Sporting activities, especially if carried out excessively, can cause peripheral neuropathies due to micro traumatisms as sometimes described in the literature [15]. These neuropathies, related to repetitive activities, appear to be less frequent compared to neuropathies related to direct traumas in sport [16]. In a recent article by Radic Borislav et al. [17] the authors describe subacute and chronic nerve injuries are the result of overuse injuries specifying overuse injury develops as a result of numerous factors such as constant repetition of one and the same movement, permanent muscular contraction or strain, and violent movements; thus, the overuse syndrome is referred to as a gradual injury process [18]. The mechanism of overuse injury development includes athletic training regimen, relevant equipment, and periodization. The term periodization means systematic training planning with cyclic peak performance in training and with appropriate rest [19]. Authors pay attention to acute traumatic nerve lesions and also to repeated micro traumatism lesions as for (a) long thoracic nerve injury that occurs after chronic recurring heavy shoulder strains in sports such as archery, bodybuilding, judo, karate, tennis, volleyball, wrestling and golf [20]; (b) suprascapular nerve injury that rarely is injured in acute mechanical action and it is most commonly injured by recurrent hyperabduction movements in the shoulder, especially in the athletes playing baseball, volleyball and tennis; (c) the median nerve compression that is usually the result of excessive and repetitive movements in the elbow and forearm. The median nerve is compressed by two heads of the pronator teres muscle. Pronator teres syndrome has been described in archery, baseball, weightlifting and racket sport. The median nerve can also be affected by distally and carpal tunnel syndrome (is the most common compressive syndrome of the arm. It is the result of strong pressure in the wrist and is most commonly found in cycling, archery, bodybuilding, weightlifting, wrestling, golf and tennis; (d) ulnar nerve compression on the hand (Guyon’s canal syndrome) is due to a direct compressive injury in wheelchair athletes, cyclists, cross-country skiers and snowmobilers; (e) radial nerve is most often damaged in the radial sulcus on the upper arm. In athletes, it most commonly occurs as a result of excessive and repetitive elbow extension (racket sports, tennis); (f) lateral femoral cutaneous nerve can be damaged in contact sports (football and rugby), jumping sports (gymnastics with repetitive flexion and extension in the hip), or with compression from external gear as scuba diving [21], (g) femoral nerve injury occurs during collision, often with hyperextension (gymnastics, football, dancing, long jumping, basketball, ballet dancing, bodybuilding, cross-country skiing); (h) common peroneal nerve injury in sports can develop as an acute traumatic event or as overuse injury. Due to its superficial position, the nerve is subject to blunt trauma, especially in sports such as hockey, soccer and football. A special form of the peroneal nerve injury occurs in runners [22]. The nerve can be compressed by the muscle fascia; (i) deep peroneal nerve can be injured in the area of crossing from the ankle to the foot. This can usually be seen in skaters and skiers when inappropriate sports equipment compresses the nerve in the ankle area; (l) tibial nerve distal focal neuropathy is described in athletes [23]; (m) pudendal nerve entrapment (Alcock canal syndrome) is caused by prolonged sitting on bicycle seat (cyclists) [24]. The authors concluded said that peripheral nerve injuries in sports are rare and occur as a result of acute injuries. Chronic injuries are “overuse injuries” or the result of muscle and joint damage, rarely as a result of inappropriate sports equipment. Treatment involves physical therapy, analysis of nerve injury mechanisms, and occasionally surgical treatment.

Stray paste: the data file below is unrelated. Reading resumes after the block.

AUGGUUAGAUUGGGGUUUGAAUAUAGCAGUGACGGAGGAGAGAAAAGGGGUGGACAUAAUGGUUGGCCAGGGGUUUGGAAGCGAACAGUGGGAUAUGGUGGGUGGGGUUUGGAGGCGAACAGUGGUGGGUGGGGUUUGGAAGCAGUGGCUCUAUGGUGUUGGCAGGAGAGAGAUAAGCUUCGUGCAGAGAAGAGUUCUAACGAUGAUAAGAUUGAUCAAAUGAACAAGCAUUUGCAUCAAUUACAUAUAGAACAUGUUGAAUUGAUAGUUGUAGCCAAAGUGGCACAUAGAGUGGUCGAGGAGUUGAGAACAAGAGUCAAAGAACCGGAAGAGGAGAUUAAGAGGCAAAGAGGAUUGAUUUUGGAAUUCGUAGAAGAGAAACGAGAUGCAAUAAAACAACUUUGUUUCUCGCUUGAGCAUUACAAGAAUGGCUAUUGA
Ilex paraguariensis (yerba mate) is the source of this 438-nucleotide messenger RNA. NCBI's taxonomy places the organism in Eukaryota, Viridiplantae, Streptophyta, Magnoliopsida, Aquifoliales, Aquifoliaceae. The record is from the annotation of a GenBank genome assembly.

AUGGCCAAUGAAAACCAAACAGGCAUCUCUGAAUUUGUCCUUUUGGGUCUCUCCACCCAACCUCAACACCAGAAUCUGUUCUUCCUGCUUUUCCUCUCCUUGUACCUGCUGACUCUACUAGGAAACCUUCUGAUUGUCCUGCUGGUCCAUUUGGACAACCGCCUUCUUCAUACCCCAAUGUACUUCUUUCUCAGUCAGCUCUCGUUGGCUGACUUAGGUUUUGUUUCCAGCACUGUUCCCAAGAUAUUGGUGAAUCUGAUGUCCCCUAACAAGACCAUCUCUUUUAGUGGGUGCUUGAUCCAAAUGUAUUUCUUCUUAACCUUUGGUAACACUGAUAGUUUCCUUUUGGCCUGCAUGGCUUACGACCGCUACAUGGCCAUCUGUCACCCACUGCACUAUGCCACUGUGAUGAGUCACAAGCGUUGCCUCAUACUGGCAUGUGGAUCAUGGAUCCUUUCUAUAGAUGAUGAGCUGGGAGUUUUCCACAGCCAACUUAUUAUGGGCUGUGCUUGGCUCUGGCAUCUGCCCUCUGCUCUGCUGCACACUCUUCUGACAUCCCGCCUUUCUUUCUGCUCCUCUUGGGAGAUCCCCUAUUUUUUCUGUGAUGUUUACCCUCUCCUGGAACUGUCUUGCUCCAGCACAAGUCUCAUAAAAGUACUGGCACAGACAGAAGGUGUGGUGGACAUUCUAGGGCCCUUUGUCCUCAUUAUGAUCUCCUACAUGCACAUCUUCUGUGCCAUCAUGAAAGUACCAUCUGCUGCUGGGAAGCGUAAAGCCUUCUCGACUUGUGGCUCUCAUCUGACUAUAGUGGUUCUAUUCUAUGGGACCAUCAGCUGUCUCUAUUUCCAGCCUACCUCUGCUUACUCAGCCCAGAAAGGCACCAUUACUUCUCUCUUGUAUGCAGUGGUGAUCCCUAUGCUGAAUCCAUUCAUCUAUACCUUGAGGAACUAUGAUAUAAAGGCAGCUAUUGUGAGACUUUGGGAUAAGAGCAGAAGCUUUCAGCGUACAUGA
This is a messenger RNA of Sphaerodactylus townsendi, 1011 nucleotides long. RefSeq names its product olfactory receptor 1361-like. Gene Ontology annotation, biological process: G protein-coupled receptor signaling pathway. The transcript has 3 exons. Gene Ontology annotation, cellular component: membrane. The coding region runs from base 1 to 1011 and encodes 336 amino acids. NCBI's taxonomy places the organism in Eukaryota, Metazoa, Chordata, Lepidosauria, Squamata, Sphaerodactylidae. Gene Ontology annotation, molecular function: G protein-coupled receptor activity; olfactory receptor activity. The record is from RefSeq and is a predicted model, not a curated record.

2.4. Overactivation of the Reward System and Deficient Inhibition in Exercise Addiction